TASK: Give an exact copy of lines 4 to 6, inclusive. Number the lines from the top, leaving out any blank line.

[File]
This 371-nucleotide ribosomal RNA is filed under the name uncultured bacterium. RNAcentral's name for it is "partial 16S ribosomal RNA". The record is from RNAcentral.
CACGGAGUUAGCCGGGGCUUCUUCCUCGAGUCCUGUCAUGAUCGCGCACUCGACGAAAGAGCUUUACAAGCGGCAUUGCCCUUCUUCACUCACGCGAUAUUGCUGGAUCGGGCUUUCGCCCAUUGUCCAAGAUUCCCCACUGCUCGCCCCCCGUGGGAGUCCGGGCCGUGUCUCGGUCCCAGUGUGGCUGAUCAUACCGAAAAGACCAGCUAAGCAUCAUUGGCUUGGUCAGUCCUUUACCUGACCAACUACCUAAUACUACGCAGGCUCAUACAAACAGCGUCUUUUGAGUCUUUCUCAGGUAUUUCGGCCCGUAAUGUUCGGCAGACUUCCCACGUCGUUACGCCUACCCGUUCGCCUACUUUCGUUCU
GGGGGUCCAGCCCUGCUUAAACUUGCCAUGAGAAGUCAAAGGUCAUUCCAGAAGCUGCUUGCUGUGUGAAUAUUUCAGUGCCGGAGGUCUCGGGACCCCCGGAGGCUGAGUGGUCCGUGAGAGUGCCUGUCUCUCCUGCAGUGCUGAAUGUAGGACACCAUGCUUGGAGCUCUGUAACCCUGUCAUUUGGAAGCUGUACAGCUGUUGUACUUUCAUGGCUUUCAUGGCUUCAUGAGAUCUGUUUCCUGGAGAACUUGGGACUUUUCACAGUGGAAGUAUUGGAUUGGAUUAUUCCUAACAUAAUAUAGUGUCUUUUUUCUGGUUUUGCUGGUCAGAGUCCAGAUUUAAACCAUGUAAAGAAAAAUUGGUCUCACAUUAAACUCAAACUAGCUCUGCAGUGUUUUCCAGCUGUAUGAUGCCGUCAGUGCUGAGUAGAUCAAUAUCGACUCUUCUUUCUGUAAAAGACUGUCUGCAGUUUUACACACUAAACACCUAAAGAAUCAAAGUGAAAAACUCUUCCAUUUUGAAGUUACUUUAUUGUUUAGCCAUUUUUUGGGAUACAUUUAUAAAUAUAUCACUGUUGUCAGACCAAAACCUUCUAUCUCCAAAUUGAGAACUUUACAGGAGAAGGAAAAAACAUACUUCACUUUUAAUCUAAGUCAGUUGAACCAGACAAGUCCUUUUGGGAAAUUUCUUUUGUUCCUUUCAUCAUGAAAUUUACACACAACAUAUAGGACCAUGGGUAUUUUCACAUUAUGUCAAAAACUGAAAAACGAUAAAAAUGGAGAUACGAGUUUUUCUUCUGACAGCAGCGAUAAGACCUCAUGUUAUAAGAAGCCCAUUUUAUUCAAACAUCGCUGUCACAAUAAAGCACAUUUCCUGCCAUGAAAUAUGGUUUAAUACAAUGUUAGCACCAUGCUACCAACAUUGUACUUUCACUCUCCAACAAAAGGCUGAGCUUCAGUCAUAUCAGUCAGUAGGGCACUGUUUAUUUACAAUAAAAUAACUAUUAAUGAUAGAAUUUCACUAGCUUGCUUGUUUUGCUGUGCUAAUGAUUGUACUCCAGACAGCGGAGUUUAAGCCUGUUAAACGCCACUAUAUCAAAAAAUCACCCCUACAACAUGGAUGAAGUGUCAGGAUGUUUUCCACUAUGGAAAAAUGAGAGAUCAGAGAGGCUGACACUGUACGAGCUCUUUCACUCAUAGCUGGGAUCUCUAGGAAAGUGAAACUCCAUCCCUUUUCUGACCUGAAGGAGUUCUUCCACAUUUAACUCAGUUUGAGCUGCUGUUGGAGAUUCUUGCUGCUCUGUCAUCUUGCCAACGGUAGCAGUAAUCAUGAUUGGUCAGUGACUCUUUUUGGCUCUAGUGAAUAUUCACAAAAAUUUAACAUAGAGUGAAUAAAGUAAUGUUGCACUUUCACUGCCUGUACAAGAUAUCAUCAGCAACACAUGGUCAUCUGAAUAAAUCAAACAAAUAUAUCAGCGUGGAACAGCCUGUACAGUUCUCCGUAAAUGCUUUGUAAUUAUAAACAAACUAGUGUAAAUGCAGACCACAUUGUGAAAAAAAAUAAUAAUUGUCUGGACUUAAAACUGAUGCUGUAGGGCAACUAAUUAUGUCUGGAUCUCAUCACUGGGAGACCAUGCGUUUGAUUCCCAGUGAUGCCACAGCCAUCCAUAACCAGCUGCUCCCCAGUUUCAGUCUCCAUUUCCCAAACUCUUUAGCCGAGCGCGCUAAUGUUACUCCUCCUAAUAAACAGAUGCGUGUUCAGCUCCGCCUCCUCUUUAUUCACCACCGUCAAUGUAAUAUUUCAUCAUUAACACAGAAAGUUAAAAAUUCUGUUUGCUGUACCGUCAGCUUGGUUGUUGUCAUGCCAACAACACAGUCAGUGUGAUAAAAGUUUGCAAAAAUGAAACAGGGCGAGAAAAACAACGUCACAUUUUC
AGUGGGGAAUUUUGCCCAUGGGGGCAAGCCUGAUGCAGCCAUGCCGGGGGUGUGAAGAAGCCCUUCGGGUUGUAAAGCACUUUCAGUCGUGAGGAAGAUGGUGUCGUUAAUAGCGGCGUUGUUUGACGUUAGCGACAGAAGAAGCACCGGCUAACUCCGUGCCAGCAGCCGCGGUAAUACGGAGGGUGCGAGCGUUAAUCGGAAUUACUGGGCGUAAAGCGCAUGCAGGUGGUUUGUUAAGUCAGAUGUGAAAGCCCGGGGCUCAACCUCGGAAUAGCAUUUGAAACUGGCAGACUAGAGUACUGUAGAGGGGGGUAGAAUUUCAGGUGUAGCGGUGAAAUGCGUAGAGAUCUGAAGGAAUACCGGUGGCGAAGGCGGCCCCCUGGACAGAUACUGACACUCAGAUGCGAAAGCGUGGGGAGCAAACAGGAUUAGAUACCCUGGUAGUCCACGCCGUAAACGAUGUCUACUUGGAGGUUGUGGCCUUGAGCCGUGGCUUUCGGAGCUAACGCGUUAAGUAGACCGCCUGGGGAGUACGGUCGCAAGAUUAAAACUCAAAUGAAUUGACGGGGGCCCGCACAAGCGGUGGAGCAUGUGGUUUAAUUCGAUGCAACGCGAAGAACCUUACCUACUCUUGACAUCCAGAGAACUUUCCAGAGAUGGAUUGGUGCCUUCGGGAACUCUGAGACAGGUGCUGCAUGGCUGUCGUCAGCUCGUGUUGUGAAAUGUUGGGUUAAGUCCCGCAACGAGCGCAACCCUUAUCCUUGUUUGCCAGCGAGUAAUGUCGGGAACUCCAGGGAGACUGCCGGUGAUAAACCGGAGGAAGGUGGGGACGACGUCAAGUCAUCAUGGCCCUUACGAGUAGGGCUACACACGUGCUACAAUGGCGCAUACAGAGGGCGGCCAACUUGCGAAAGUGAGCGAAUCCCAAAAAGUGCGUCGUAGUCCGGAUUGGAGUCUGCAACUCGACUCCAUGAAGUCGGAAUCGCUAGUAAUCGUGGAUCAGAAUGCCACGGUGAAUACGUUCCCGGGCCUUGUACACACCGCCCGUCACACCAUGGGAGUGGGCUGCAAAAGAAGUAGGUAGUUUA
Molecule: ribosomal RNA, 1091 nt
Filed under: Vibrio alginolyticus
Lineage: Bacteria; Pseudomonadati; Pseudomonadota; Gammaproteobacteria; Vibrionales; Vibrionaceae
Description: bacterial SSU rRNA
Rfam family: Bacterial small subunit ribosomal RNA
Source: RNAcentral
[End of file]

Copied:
AGUGGGGAAUUUUGCCCAUGGGGGCAAGCCUGAUGCAGCCAUGCCGGGGGUGUGAAGAAGCCCUUCGGGUUGUAAAGCACUUUCAGUCGUGAGGAAGAUGGUGUCGUUAAUAGCGGCGUUGUUUGACGUUAGCGACAGAAGAAGCACCGGCUAACUCCGUGCCAGCAGCCGCGGUAAUACGGAGGGUGCGAGCGUUAAUCGGAAUUACUGGGCGUAAAGCGCAUGCAGGUGGUUUGUUAAGUCAGAUGUGAAAGCCCGGGGCUCAACCUCGGAAUAGCAUUUGAAACUGGCAGACUAGAGUACUGUAGAGGGGGGUAGAAUUUCAGGUGUAGCGGUGAAAUGCGUAGAGAUCUGAAGGAAUACCGGUGGCGAAGGCGGCCCCCUGGACAGAUACUGACACUCAGAUGCGAAAGCGUGGGGAGCAAACAGGAUUAGAUACCCUGGUAGUCCACGCCGUAAACGAUGUCUACUUGGAGGUUGUGGCCUUGAGCCGUGGCUUUCGGAGCUAACGCGUUAAGUAGACCGCCUGGGGAGUACGGUCGCAAGAUUAAAACUCAAAUGAAUUGACGGGGGCCCGCACAAGCGGUGGAGCAUGUGGUUUAAUUCGAUGCAACGCGAAGAACCUUACCUACUCUUGACAUCCAGAGAACUUUCCAGAGAUGGAUUGGUGCCUUCGGGAACUCUGAGACAGGUGCUGCAUGGCUGUCGUCAGCUCGUGUUGUGAAAUGUUGGGUUAAGUCCCGCAACGAGCGCAACCCUUAUCCUUGUUUGCCAGCGAGUAAUGUCGGGAACUCCAGGGAGACUGCCGGUGAUAAACCGGAGGAAGGUGGGGACGACGUCAAGUCAUCAUGGCCCUUACGAGUAGGGCUACACACGUGCUACAAUGGCGCAUACAGAGGGCGGCCAACUUGCGAAAGUGAGCGAAUCCCAAAAAGUGCGUCGUAGUCCGGAUUGGAGUCUGCAACUCGACUCCAUGAAGUCGGAAUCGCUAGUAAUCGUGGAUCAGAAUGCCACGGUGAAUACGUUCCCGGGCCUUGUACACACCGCCCGUCACACCAUGGGAGUGGGCUGCAAAAGAAGUAGGUAGUUUA
Molecule: ribosomal RNA, 1091 nt
Filed under: Vibrio alginolyticus